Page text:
Which of these already exist? I have encountered none but have been told that thermostatic showers, at least, exist.
Showers, Tradeoffs, and Gift Horses
I interpret a shower with the control under the shower head as simply bad design but that may be a mistake. Having the controls at the opposite end of the enclosure from the shower head lets me adjust the temperature of the water before subjecting myself to it. But the farther the control is from the shower head the longer it takes for the changed mix of hot and cold water to get from the control to the shower head, hence the slower the process of adjustment.
This is one example of a general point. Consider any system—a shower, a car, the human body—that has been optimized, whether by human design or evolution. If changing the system in some way, in my example moving the control farther from the shower head, produces a benefit, it must also produce a cost, since otherwise the change would already have been made in the process of optimizing the system.
Always look a gift horse in the mouth.
Showers do not have a coarse/fine control system but humans do. When you first encounter water it is, unless you are very lucky, either too hot or too cold. Once you have been in it for a while your temperature sensing system adjusts, becomes sensitive to small changes around the current temperature.
This feature of the human sensory system is responsible for one of the problems with bathtubs: Water warm enough to be comfortable for a long soak is hot enough to be painful at first encounter, water cool enough to be comfortable to get into is insufficiently warm for the long term. The solution is a bathtub with an adjustable thermostat. Set it initially to the “comfortable to get into” temperature. Get in, press a button, and it warms to your long-term optimum. It could be done with off the shelf technology — we already have thermostatic heaters for fish tanks. Also hot tubs.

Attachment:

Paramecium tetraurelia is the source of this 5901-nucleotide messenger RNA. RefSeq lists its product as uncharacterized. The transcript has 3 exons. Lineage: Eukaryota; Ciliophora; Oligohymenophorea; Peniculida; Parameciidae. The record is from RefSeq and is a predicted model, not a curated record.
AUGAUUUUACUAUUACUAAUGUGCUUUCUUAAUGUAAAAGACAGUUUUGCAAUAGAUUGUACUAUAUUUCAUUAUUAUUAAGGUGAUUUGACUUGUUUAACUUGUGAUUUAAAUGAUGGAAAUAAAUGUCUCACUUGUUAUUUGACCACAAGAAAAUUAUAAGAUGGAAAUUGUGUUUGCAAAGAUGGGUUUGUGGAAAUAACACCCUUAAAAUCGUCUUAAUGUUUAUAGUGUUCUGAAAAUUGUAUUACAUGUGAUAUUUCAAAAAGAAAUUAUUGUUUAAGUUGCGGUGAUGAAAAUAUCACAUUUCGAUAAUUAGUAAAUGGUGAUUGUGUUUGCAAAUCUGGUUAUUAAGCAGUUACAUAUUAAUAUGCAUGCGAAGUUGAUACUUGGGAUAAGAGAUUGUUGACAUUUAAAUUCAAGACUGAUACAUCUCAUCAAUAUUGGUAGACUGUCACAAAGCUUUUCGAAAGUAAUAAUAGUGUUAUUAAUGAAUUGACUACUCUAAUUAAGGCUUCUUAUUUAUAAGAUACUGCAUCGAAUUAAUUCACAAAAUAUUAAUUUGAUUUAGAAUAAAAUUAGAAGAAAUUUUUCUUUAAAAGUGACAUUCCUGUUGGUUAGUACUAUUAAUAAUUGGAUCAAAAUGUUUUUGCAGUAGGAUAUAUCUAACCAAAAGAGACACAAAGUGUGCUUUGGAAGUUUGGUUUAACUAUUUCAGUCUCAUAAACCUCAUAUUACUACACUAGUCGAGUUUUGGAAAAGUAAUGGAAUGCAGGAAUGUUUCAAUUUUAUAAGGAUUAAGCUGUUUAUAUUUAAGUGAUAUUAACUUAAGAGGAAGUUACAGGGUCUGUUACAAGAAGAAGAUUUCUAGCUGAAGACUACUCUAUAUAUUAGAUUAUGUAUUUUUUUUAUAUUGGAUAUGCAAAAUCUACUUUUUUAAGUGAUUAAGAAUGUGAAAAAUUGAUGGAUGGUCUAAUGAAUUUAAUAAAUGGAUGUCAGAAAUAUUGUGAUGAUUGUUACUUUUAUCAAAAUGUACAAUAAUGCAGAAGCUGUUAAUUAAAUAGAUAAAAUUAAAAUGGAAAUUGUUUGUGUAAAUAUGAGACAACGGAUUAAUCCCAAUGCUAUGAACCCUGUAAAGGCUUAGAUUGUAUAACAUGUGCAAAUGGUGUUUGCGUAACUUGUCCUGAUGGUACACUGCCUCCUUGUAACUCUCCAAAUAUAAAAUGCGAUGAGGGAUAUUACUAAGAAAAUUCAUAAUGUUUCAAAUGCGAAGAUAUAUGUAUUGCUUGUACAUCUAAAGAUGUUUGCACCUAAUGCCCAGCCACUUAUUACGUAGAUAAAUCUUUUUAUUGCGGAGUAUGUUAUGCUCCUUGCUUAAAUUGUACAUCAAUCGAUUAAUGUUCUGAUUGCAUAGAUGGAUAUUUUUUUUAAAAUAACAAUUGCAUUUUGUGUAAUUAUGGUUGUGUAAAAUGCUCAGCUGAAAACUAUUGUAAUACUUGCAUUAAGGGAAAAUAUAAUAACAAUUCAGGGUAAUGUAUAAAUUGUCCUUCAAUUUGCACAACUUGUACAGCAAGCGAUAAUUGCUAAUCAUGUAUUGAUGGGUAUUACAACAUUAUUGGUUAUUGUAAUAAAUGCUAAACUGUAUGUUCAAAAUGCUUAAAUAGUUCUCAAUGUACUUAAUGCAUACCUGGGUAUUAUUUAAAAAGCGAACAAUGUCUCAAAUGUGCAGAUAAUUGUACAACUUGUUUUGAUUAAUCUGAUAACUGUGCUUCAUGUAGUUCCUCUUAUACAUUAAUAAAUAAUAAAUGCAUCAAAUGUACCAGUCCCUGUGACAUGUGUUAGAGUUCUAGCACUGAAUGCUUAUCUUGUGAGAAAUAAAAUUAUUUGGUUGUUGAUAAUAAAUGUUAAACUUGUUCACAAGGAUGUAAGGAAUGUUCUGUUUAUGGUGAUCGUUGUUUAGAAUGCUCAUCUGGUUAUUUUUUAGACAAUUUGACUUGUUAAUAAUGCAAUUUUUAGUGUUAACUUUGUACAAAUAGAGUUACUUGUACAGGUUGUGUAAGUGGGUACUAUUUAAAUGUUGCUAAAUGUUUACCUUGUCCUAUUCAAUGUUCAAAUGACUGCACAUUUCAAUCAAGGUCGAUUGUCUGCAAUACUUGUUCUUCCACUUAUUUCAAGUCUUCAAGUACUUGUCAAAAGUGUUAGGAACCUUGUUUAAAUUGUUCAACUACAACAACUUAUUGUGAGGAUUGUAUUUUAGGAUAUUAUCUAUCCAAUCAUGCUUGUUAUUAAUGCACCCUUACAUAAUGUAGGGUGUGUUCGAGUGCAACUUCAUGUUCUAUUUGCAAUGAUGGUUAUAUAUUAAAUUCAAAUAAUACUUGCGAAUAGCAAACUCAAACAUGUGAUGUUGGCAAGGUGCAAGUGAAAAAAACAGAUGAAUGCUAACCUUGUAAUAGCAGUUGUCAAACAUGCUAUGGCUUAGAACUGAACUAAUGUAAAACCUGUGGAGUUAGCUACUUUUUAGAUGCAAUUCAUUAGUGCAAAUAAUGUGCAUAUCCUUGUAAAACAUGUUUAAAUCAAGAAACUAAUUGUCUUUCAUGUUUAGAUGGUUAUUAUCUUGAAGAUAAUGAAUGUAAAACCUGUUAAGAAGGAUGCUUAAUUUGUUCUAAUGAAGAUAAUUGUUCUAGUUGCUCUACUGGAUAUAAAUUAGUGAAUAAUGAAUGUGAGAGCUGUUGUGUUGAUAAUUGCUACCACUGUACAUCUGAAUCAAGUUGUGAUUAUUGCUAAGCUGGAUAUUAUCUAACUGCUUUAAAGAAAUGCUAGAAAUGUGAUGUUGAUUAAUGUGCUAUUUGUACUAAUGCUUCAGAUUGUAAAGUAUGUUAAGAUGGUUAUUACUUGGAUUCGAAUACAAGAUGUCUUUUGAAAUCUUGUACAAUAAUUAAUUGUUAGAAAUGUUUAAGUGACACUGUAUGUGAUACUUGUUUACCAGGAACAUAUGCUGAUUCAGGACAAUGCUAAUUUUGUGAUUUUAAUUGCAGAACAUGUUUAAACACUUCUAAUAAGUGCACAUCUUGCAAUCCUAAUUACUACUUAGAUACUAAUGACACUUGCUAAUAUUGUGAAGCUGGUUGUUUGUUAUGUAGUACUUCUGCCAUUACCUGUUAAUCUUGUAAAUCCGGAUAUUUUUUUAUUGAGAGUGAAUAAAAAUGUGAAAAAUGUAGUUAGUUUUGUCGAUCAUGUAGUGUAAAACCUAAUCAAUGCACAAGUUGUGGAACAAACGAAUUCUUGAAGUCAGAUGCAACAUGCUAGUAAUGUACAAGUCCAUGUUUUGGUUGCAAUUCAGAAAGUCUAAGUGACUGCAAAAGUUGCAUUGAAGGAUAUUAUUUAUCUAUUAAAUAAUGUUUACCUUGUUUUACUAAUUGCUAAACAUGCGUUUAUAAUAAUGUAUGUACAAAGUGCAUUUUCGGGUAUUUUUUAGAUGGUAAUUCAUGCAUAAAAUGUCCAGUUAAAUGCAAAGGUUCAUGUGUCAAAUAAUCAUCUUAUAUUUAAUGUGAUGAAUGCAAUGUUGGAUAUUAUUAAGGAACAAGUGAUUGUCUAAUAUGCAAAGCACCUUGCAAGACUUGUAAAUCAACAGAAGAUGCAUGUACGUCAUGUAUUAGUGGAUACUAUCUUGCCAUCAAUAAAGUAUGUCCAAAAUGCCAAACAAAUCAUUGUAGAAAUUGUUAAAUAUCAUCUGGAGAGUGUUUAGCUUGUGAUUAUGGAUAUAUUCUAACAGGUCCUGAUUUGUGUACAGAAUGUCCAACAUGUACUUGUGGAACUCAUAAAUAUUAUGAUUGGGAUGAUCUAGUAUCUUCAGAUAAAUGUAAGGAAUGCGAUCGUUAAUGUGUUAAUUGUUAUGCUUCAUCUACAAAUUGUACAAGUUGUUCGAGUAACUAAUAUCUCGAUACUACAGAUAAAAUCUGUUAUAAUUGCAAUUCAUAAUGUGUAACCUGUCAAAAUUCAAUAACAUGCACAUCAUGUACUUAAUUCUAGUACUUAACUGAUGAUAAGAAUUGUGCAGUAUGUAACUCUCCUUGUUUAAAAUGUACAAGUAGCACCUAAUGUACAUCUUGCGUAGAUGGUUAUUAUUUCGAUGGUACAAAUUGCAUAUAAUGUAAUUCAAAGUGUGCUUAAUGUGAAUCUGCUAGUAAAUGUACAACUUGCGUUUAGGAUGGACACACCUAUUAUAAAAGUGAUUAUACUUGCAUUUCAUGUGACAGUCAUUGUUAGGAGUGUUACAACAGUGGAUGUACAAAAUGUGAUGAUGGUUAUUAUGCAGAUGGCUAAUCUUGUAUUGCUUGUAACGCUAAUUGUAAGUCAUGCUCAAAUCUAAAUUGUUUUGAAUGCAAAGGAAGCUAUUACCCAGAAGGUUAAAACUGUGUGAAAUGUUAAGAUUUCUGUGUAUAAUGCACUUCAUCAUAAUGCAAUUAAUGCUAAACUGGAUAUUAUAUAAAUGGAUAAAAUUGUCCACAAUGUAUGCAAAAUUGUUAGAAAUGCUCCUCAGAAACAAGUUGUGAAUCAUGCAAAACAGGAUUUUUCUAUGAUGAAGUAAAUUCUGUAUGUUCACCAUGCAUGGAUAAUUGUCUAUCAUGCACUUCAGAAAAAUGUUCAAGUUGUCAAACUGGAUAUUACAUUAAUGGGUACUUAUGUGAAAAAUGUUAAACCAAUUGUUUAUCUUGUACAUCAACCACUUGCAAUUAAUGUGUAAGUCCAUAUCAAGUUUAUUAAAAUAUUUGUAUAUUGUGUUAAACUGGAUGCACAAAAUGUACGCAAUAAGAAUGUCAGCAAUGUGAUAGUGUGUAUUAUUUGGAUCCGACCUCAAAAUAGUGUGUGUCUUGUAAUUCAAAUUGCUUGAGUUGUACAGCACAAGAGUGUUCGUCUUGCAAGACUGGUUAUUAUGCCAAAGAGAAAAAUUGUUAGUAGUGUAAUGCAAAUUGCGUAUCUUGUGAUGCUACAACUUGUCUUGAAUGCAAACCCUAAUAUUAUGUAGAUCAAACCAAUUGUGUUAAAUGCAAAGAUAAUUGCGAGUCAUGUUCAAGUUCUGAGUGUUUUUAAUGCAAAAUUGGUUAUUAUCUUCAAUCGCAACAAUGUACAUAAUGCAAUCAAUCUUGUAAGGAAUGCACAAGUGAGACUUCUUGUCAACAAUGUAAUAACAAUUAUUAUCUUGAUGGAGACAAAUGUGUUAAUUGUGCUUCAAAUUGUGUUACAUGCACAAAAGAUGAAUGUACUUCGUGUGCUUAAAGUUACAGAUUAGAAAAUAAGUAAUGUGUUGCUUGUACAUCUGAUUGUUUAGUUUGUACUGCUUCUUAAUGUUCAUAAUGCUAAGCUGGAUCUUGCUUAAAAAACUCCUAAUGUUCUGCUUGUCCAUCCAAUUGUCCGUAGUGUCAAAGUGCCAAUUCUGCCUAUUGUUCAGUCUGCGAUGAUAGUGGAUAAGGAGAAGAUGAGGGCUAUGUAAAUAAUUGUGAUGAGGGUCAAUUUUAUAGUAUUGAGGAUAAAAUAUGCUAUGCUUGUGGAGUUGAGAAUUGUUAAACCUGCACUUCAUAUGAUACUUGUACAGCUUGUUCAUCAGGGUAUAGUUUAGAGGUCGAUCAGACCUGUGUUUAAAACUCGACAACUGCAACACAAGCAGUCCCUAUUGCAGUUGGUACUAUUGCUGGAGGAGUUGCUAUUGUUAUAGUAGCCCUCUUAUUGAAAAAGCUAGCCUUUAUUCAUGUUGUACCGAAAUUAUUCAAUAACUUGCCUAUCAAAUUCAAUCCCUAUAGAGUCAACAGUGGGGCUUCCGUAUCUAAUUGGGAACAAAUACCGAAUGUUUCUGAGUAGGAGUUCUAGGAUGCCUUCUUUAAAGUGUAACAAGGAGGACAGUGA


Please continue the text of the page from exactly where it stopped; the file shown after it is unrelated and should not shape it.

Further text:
The cruder equivalent is to be your own thermostat. Start with water not quite too hot to get into, warm it to the temperature you want once you are used to it by letting out warm water, putting in hot, repeating as necessary to keep it comfortable. It is less energy efficient than the higher tech version but better than being scorched at the beginning, chilled thereafter.
A practical problem with this comes from the construction of bathtubs. Typically the controls, drain, and faucet are at one end. Since you would prefer not to experience the additional hot water directly against your skin you locate yourself at the other end — only to discover that the controls for letting cool water out or hot in are now out of reach.
Which is why bathtubs should have faucet and drain at one end, controls at the side — you don’t want to lean against them — near the other end.
Wanted: A Computer for the Bath
A long bath requires entertainment. That used to be a paperback that I was willing to risk getting wet but nowadays my entertainment is online, arguing with people, browsing the web, playing computer games. I could put a board across my (large) bathtub and put my laptop on it but dropping my laptop into the bath would be a more serious matter than dropping a paperback in. With enough ingenuity I could probably kludge up a more practical setup, perhaps a computer and large screen somewhere else in the room and a wireless keyboard and mouse, or mouse equivalent, preferably waterproof. But I suspect that doing so would be expensive in both time and money.
Surely I am not alone in my preferences. Surely there is a market niche here waiting to be filled.
P.S. A commenter on this post describes his bath in Japan, which seems to be everything I could want, aside from the computer. Other commenters report that waterproof kindles or a kindle or tablet in a waterproof case provide a solution to that problem — but neither a kindle nor a tablet is a full substitute for a laptop or desktop.